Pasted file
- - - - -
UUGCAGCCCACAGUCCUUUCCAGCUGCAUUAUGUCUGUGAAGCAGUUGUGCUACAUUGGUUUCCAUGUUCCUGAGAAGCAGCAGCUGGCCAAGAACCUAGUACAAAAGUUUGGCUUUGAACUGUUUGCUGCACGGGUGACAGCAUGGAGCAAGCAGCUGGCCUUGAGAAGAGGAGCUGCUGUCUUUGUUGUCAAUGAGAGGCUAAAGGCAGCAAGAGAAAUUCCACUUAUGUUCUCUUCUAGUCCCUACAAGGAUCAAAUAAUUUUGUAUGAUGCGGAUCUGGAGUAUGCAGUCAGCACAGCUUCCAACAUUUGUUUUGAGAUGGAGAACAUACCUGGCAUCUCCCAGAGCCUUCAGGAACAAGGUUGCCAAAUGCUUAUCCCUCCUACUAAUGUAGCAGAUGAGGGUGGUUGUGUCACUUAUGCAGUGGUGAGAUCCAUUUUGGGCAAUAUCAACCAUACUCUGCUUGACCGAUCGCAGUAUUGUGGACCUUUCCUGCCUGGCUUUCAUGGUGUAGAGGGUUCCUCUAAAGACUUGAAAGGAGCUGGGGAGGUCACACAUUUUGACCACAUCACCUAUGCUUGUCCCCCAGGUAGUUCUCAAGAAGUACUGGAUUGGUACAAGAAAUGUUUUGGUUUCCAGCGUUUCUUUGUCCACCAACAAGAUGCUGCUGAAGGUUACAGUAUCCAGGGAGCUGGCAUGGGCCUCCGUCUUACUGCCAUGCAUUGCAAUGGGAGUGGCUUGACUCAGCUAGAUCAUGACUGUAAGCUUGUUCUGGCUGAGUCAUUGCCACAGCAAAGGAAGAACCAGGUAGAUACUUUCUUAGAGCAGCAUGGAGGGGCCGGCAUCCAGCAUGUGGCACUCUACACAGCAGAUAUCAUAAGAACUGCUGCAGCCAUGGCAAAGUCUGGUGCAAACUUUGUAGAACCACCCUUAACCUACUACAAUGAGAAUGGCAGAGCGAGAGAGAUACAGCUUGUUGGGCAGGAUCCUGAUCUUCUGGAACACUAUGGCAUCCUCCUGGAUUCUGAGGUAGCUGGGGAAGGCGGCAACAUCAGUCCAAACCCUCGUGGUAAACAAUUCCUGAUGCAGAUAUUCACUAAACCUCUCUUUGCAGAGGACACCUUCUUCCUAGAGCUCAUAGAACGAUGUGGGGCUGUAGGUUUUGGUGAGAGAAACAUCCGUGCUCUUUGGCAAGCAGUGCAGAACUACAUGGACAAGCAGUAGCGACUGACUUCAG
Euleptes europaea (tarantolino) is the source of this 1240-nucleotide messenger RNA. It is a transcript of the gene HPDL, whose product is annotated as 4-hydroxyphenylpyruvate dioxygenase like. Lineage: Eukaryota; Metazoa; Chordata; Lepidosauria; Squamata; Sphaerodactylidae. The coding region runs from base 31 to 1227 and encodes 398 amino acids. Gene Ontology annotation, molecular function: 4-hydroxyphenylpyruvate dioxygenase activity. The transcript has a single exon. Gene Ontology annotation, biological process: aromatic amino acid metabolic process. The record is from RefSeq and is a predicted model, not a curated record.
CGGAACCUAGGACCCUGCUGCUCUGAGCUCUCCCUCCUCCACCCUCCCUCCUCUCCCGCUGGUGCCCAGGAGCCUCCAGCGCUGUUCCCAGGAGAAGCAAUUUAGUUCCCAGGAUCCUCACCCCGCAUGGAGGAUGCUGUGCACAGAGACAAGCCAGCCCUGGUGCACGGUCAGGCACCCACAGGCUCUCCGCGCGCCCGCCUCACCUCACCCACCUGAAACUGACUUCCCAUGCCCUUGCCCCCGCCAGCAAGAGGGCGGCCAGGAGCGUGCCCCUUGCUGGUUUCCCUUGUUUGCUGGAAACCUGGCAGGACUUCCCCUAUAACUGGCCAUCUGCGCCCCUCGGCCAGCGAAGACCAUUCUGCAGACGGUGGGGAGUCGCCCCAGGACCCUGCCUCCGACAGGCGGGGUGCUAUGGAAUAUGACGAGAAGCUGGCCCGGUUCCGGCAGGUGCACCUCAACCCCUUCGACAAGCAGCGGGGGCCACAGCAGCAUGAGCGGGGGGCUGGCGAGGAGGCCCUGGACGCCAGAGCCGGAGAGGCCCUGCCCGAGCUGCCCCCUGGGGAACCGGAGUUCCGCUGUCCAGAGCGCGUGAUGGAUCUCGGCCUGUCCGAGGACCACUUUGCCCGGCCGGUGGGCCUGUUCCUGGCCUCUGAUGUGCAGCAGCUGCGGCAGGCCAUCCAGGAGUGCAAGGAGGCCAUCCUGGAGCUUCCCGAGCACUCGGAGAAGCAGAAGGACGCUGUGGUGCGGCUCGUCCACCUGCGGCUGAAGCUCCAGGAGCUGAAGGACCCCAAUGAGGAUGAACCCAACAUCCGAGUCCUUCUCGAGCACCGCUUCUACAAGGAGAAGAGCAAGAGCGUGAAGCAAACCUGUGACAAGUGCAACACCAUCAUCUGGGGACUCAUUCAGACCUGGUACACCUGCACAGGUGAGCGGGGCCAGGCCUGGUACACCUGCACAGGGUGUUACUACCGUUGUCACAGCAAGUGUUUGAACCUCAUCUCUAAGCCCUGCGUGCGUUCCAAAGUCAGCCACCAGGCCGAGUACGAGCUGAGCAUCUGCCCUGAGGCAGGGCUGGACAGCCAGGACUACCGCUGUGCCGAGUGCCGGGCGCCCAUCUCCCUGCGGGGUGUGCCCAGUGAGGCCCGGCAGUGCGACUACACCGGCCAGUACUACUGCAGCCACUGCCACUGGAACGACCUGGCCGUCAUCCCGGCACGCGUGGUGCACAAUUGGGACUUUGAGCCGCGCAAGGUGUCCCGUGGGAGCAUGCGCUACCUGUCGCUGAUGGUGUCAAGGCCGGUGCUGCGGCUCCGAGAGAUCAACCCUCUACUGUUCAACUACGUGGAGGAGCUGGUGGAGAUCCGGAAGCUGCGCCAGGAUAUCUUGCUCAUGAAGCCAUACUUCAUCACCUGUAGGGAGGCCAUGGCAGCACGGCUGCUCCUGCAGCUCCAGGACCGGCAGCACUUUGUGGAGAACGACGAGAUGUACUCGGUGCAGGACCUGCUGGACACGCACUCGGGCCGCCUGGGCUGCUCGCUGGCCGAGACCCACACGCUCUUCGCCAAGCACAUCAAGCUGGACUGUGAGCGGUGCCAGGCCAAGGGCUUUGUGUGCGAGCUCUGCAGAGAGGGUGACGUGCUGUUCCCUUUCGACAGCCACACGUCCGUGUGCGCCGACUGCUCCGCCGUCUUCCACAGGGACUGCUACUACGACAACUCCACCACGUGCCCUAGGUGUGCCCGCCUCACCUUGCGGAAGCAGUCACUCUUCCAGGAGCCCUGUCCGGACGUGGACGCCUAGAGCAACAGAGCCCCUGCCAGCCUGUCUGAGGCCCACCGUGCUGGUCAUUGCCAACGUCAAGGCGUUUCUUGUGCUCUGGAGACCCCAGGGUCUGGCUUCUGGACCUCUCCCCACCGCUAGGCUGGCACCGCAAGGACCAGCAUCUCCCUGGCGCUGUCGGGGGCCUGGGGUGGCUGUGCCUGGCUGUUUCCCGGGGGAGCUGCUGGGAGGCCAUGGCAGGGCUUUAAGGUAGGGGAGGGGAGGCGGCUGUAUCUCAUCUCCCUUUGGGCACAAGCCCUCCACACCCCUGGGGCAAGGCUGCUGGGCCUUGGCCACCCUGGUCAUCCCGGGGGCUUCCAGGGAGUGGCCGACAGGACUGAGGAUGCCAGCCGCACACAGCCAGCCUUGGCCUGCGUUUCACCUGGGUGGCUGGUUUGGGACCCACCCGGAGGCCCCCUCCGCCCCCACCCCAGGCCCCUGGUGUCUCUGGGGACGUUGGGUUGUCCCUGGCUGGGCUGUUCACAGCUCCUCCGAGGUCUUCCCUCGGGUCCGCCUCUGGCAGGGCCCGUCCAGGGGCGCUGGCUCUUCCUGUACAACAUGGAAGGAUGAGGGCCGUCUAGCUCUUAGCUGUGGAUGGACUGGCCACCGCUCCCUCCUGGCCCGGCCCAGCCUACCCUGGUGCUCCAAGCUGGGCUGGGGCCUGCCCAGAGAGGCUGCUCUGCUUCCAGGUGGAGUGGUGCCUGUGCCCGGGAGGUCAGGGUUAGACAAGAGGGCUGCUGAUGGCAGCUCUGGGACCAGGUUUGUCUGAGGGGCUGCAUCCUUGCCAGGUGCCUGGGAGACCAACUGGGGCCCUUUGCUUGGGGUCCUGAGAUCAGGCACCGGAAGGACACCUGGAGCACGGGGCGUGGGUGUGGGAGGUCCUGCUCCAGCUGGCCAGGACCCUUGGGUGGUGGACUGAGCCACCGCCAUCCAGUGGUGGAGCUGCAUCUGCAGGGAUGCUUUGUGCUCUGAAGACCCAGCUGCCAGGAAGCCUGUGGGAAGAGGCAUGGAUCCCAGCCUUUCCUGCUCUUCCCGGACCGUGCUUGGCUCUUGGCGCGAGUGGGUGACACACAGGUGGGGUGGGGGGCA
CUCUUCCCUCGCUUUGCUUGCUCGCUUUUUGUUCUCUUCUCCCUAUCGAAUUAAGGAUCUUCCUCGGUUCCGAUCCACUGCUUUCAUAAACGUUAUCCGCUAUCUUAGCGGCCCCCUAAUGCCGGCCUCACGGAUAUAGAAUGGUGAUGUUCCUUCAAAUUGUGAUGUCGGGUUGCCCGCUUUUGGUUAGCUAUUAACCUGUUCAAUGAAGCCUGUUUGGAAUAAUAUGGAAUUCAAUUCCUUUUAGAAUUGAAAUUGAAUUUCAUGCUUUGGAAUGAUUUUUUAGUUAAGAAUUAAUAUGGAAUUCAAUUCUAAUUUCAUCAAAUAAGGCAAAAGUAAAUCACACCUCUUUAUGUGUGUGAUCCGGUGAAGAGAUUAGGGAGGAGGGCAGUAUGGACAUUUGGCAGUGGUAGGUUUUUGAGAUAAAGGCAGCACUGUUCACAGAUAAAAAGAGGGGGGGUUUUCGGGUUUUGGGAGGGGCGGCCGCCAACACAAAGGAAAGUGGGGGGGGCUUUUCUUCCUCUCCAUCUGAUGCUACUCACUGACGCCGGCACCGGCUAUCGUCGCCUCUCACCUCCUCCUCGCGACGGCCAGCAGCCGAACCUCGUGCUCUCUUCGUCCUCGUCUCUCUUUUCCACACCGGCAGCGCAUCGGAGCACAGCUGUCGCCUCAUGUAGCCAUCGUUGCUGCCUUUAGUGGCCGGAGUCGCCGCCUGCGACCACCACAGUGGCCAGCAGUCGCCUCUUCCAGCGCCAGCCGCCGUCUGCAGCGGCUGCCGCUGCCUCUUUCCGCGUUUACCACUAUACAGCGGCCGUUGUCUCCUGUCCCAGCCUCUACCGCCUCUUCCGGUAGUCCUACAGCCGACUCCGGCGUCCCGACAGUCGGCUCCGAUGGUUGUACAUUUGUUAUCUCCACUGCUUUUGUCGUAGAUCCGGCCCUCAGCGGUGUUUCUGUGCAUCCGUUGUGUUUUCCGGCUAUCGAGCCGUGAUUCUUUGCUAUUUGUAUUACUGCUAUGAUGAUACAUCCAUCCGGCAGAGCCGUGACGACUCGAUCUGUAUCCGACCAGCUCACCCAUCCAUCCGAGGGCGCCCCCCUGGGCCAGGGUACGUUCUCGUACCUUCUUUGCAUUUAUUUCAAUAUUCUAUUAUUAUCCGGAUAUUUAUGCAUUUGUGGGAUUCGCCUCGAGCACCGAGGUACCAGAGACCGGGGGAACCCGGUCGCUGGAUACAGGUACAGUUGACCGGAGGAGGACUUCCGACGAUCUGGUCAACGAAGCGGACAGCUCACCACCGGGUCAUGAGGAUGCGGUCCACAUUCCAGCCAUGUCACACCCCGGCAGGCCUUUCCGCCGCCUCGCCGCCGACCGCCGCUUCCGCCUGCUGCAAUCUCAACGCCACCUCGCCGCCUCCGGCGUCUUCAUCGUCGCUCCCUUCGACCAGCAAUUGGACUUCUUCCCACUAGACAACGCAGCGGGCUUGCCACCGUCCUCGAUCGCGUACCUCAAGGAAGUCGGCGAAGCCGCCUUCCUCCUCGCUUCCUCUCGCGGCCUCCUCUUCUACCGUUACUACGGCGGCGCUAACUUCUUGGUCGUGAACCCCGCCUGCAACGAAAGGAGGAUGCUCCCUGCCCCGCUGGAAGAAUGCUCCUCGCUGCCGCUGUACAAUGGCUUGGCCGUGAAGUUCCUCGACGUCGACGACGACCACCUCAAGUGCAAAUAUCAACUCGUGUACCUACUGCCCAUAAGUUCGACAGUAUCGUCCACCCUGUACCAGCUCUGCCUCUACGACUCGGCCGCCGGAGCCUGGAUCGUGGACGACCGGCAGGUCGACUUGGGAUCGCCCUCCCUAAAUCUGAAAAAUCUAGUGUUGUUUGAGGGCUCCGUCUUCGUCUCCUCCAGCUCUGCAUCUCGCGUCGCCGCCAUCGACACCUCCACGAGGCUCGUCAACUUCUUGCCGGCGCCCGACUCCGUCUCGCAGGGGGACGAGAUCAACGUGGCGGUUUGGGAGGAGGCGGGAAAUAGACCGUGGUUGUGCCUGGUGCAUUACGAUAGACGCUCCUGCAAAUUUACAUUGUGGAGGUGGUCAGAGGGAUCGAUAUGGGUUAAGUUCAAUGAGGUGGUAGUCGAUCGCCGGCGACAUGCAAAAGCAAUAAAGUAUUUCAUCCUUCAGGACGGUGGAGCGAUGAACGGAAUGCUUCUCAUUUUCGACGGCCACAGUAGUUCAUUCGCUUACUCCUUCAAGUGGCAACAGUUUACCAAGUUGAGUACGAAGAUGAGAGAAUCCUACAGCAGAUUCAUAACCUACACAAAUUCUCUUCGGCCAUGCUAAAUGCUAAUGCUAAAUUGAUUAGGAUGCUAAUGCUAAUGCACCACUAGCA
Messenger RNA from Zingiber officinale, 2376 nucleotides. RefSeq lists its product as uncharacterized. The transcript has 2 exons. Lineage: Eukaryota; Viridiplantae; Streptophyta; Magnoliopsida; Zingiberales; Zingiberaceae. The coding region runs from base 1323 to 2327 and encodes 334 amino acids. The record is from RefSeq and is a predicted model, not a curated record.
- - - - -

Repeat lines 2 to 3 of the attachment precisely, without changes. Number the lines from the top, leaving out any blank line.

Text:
Euleptes europaea (tarantolino) is the source of this 1240-nucleotide messenger RNA. It is a transcript of the gene HPDL, whose product is annotated as 4-hydroxyphenylpyruvate dioxygenase like. Lineage: Eukaryota; Metazoa; Chordata; Lepidosauria; Squamata; Sphaerodactylidae. The coding region runs from base 31 to 1227 and encodes 398 amino acids. Gene Ontology annotation, molecular function: 4-hydroxyphenylpyruvate dioxygenase activity. The transcript has a single exon. Gene Ontology annotation, biological process: aromatic amino acid metabolic process. The record is from RefSeq and is a predicted model, not a curated record.
CGGAACCUAGGACCCUGCUGCUCUGAGCUCUCCCUCCUCCACCCUCCCUCCUCUCCCGCUGGUGCCCAGGAGCCUCCAGCGCUGUUCCCAGGAGAAGCAAUUUAGUUCCCAGGAUCCUCACCCCGCAUGGAGGAUGCUGUGCACAGAGACAAGCCAGCCCUGGUGCACGGUCAGGCACCCACAGGCUCUCCGCGCGCCCGCCUCACCUCACCCACCUGAAACUGACUUCCCAUGCCCUUGCCCCCGCCAGCAAGAGGGCGGCCAGGAGCGUGCCCCUUGCUGGUUUCCCUUGUUUGCUGGAAACCUGGCAGGACUUCCCCUAUAACUGGCCAUCUGCGCCCCUCGGCCAGCGAAGACCAUUCUGCAGACGGUGGGGAGUCGCCCCAGGACCCUGCCUCCGACAGGCGGGGUGCUAUGGAAUAUGACGAGAAGCUGGCCCGGUUCCGGCAGGUGCACCUCAACCCCUUCGACAAGCAGCGGGGGCCACAGCAGCAUGAGCGGGGGGCUGGCGAGGAGGCCCUGGACGCCAGAGCCGGAGAGGCCCUGCCCGAGCUGCCCCCUGGGGAACCGGAGUUCCGCUGUCCAGAGCGCGUGAUGGAUCUCGGCCUGUCCGAGGACCACUUUGCCCGGCCGGUGGGCCUGUUCCUGGCCUCUGAUGUGCAGCAGCUGCGGCAGGCCAUCCAGGAGUGCAAGGAGGCCAUCCUGGAGCUUCCCGAGCACUCGGAGAAGCAGAAGGACGCUGUGGUGCGGCUCGUCCACCUGCGGCUGAAGCUCCAGGAGCUGAAGGACCCCAAUGAGGAUGAACCCAACAUCCGAGUCCUUCUCGAGCACCGCUUCUACAAGGAGAAGAGCAAGAGCGUGAAGCAAACCUGUGACAAGUGCAACACCAUCAUCUGGGGACUCAUUCAGACCUGGUACACCUGCACAGGUGAGCGGGGCCAGGCCUGGUACACCUGCACAGGGUGUUACUACCGUUGUCACAGCAAGUGUUUGAACCUCAUCUCUAAGCCCUGCGUGCGUUCCAAAGUCAGCCACCAGGCCGAGUACGAGCUGAGCAUCUGCCCUGAGGCAGGGCUGGACAGCCAGGACUACCGCUGUGCCGAGUGCCGGGCGCCCAUCUCCCUGCGGGGUGUGCCCAGUGAGGCCCGGCAGUGCGACUACACCGGCCAGUACUACUGCAGCCACUGCCACUGGAACGACCUGGCCGUCAUCCCGGCACGCGUGGUGCACAAUUGGGACUUUGAGCCGCGCAAGGUGUCCCGUGGGAGCAUGCGCUACCUGUCGCUGAUGGUGUCAAGGCCGGUGCUGCGGCUCCGAGAGAUCAACCCUCUACUGUUCAACUACGUGGAGGAGCUGGUGGAGAUCCGGAAGCUGCGCCAGGAUAUCUUGCUCAUGAAGCCAUACUUCAUCACCUGUAGGGAGGCCAUGGCAGCACGGCUGCUCCUGCAGCUCCAGGACCGGCAGCACUUUGUGGAGAACGACGAGAUGUACUCGGUGCAGGACCUGCUGGACACGCACUCGGGCCGCCUGGGCUGCUCGCUGGCCGAGACCCACACGCUCUUCGCCAAGCACAUCAAGCUGGACUGUGAGCGGUGCCAGGCCAAGGGCUUUGUGUGCGAGCUCUGCAGAGAGGGUGACGUGCUGUUCCCUUUCGACAGCCACACGUCCGUGUGCGCCGACUGCUCCGCCGUCUUCCACAGGGACUGCUACUACGACAACUCCACCACGUGCCCUAGGUGUGCCCGCCUCACCUUGCGGAAGCAGUCACUCUUCCAGGAGCCCUGUCCGGACGUGGACGCCUAGAGCAACAGAGCCCCUGCCAGCCUGUCUGAGGCCCACCGUGCUGGUCAUUGCCAACGUCAAGGCGUUUCUUGUGCUCUGGAGACCCCAGGGUCUGGCUUCUGGACCUCUCCCCACCGCUAGGCUGGCACCGCAAGGACCAGCAUCUCCCUGGCGCUGUCGGGGGCCUGGGGUGGCUGUGCCUGGCUGUUUCCCGGGGGAGCUGCUGGGAGGCCAUGGCAGGGCUUUAAGGUAGGGGAGGGGAGGCGGCUGUAUCUCAUCUCCCUUUGGGCACAAGCCCUCCACACCCCUGGGGCAAGGCUGCUGGGCCUUGGCCACCCUGGUCAUCCCGGGGGCUUCCAGGGAGUGGCCGACAGGACUGAGGAUGCCAGCCGCACACAGCCAGCCUUGGCCUGCGUUUCACCUGGGUGGCUGGUUUGGGACCCACCCGGAGGCCCCCUCCGCCCCCACCCCAGGCCCCUGGUGUCUCUGGGGACGUUGGGUUGUCCCUGGCUGGGCUGUUCACAGCUCCUCCGAGGUCUUCCCUCGGGUCCGCCUCUGGCAGGGCCCGUCCAGGGGCGCUGGCUCUUCCUGUACAACAUGGAAGGAUGAGGGCCGUCUAGCUCUUAGCUGUGGAUGGACUGGCCACCGCUCCCUCCUGGCCCGGCCCAGCCUACCCUGGUGCUCCAAGCUGGGCUGGGGCCUGCCCAGAGAGGCUGCUCUGCUUCCAGGUGGAGUGGUGCCUGUGCCCGGGAGGUCAGGGUUAGACAAGAGGGCUGCUGAUGGCAGCUCUGGGACCAGGUUUGUCUGAGGGGCUGCAUCCUUGCCAGGUGCCUGGGAGACCAACUGGGGCCCUUUGCUUGGGGUCCUGAGAUCAGGCACCGGAAGGACACCUGGAGCACGGGGCGUGGGUGUGGGAGGUCCUGCUCCAGCUGGCCAGGACCCUUGGGUGGUGGACUGAGCCACCGCCAUCCAGUGGUGGAGCUGCAUCUGCAGGGAUGCUUUGUGCUCUGAAGACCCAGCUGCCAGGAAGCCUGUGGGAAGAGGCAUGGAUCCCAGCCUUUCCUGCUCUUCCCGGACCGUGCUUGGCUCUUGGCGCGAGUGGGUGACACACAGGUGGGGUGGGGGGCA